If the community FI has both a solid consumer base and good relationship among the local small business community, there is an opportunity to capitalize on the opportunity presented by linking those two groups via prepaid. The economics of traditional debit, post Durbin, do not allow for bank‐funded rewards programs to generate new accounts or create loyalty.

That said, a community financial institution could leverage its relationships with local retailers to create a merchant‐funded rewards program, which helps them to drive traffic to their stores and creates a distinctive product for the bank or credit union. Further along this theme, the FI could create a specialized gift card, leveraging Restricted Authorized Network (RAN) technology to limit the spend on the card to local retailers. Again, a distinctive product for consumers that provides unique value to a financial institution’s small business customers.

As has been articulated throughout this book, new innovations in financial services are both opportunities and threats for community financial institutions. Prepaid is a dramatic example of this important point. Small banks and credit unions have traditionally survived and thrived based on their local relationships and physical footprint; the prepaid architecture has unleashed the entrepreneurial energies of dozens of new and compelling branchless competitors, who challenge long‐standing relationships and make geographic density irrelevant. Prepaid also provides a vector for innovation for community FIs themselves, enabling them to partner with entrepreneurs to create and offer cutting‐edge products to local customers who otherwise would lack awareness or access to these innovations. It is critical to recognize that there is little time to ponder this issue; the competition is on the move, and the only question is: will local banks and credit unions be as well?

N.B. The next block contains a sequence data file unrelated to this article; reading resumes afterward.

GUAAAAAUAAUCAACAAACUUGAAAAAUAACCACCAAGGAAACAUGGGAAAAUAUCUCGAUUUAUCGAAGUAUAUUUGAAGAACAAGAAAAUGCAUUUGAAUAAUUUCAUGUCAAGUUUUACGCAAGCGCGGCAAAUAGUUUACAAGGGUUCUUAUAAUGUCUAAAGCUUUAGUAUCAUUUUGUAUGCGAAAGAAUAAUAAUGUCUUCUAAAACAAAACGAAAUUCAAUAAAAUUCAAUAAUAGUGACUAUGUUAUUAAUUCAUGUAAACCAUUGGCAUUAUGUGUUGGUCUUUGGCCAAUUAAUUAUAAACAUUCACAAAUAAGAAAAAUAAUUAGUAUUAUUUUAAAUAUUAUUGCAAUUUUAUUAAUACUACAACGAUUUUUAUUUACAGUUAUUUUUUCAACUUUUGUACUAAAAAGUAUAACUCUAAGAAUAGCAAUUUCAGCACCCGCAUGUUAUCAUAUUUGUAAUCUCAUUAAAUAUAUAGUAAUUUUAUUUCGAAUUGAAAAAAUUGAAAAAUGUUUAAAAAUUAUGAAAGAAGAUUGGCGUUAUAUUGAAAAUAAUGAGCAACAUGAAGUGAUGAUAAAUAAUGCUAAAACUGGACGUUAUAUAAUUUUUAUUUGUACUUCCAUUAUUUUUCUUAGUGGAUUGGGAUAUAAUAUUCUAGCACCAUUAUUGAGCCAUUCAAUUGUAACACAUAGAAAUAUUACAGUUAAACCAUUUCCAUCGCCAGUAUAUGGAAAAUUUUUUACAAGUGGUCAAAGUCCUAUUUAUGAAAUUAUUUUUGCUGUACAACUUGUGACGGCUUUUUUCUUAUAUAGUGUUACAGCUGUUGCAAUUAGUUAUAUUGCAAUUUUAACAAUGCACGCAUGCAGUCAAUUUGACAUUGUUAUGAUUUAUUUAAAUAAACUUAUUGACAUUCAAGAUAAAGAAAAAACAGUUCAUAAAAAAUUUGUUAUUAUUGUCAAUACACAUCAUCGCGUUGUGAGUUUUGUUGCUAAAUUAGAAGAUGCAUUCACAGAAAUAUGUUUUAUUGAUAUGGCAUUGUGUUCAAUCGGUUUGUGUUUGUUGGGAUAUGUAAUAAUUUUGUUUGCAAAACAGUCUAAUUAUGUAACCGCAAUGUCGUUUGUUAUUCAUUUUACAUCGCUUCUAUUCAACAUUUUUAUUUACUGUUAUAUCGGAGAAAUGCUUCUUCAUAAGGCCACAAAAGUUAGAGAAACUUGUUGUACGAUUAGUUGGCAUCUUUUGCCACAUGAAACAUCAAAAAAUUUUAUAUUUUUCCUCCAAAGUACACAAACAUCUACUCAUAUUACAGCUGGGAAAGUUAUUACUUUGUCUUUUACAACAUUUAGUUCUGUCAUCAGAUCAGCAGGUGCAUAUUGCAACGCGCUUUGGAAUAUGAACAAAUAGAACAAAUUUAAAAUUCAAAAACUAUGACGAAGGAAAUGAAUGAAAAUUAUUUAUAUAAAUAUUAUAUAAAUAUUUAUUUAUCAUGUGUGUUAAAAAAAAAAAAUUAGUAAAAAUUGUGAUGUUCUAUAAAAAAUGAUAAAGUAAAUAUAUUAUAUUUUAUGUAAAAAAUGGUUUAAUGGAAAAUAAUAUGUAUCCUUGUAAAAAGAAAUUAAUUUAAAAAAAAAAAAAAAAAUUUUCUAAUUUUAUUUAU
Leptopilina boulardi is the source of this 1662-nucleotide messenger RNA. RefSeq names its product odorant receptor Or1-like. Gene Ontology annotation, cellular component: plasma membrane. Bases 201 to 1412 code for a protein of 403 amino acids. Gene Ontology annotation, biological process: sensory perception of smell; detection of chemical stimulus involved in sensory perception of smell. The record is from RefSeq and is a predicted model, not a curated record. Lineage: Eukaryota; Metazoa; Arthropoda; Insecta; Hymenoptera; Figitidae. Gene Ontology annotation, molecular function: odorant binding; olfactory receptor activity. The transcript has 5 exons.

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Trends in payments innovation.

Yeah, I’ve done it … this blog basically consists of a slideshow.  Obviously we know what comes next:

24 signs that you may be a Fintech nerd

Click bait
The founder of twitter started a payments company … and you won’t believe what happened next

Answer these question and find out what kind of chargeback you are.

And so on.

In fact, I pulled this deck together to brief the board of a large, global payments company on what’s been happening in the start-up payments community over the past 12-18 months.  It’s a little sparse and works better with a voiceover, but I thought it was interesting enough as kind of a survey course syllabus to post for comment.

Trends in Payments Innovation

Race to the Bottom

codebloo —  May 5, 2014 — 4 Comments
I don't always invest in commodity products, but when I do, I prefer not to lose all my money.

I’d like to think that the vast majority of the investments we make are in companies whose products and services are not commodities, and not subject to the brutal forces of commoditization.

In those cases, we are looking at markets where companies can win based on product differentiation, or where what they are doing is very hard and/or protected by intellectual property.  That said, the broadest definition of what we as venture capital investors do is invest in disruption, and certainly one of the vectors of disruption is through commoditization.  So while backing a company about to be commoditized is, well, stupid … backing a company that is doing the disruptive commoditizing can be exciting (despite some recent commentary to the contrary.)

Exciting, and terrifying.

Particularly terrifying if you don’t have a gameplan; without one, you may succeed at chowdering an industry’s margin structure without creating any value.  Through trial and error in this field of endeavor, I have found four general models that can work.

1. Be the lowest cost provider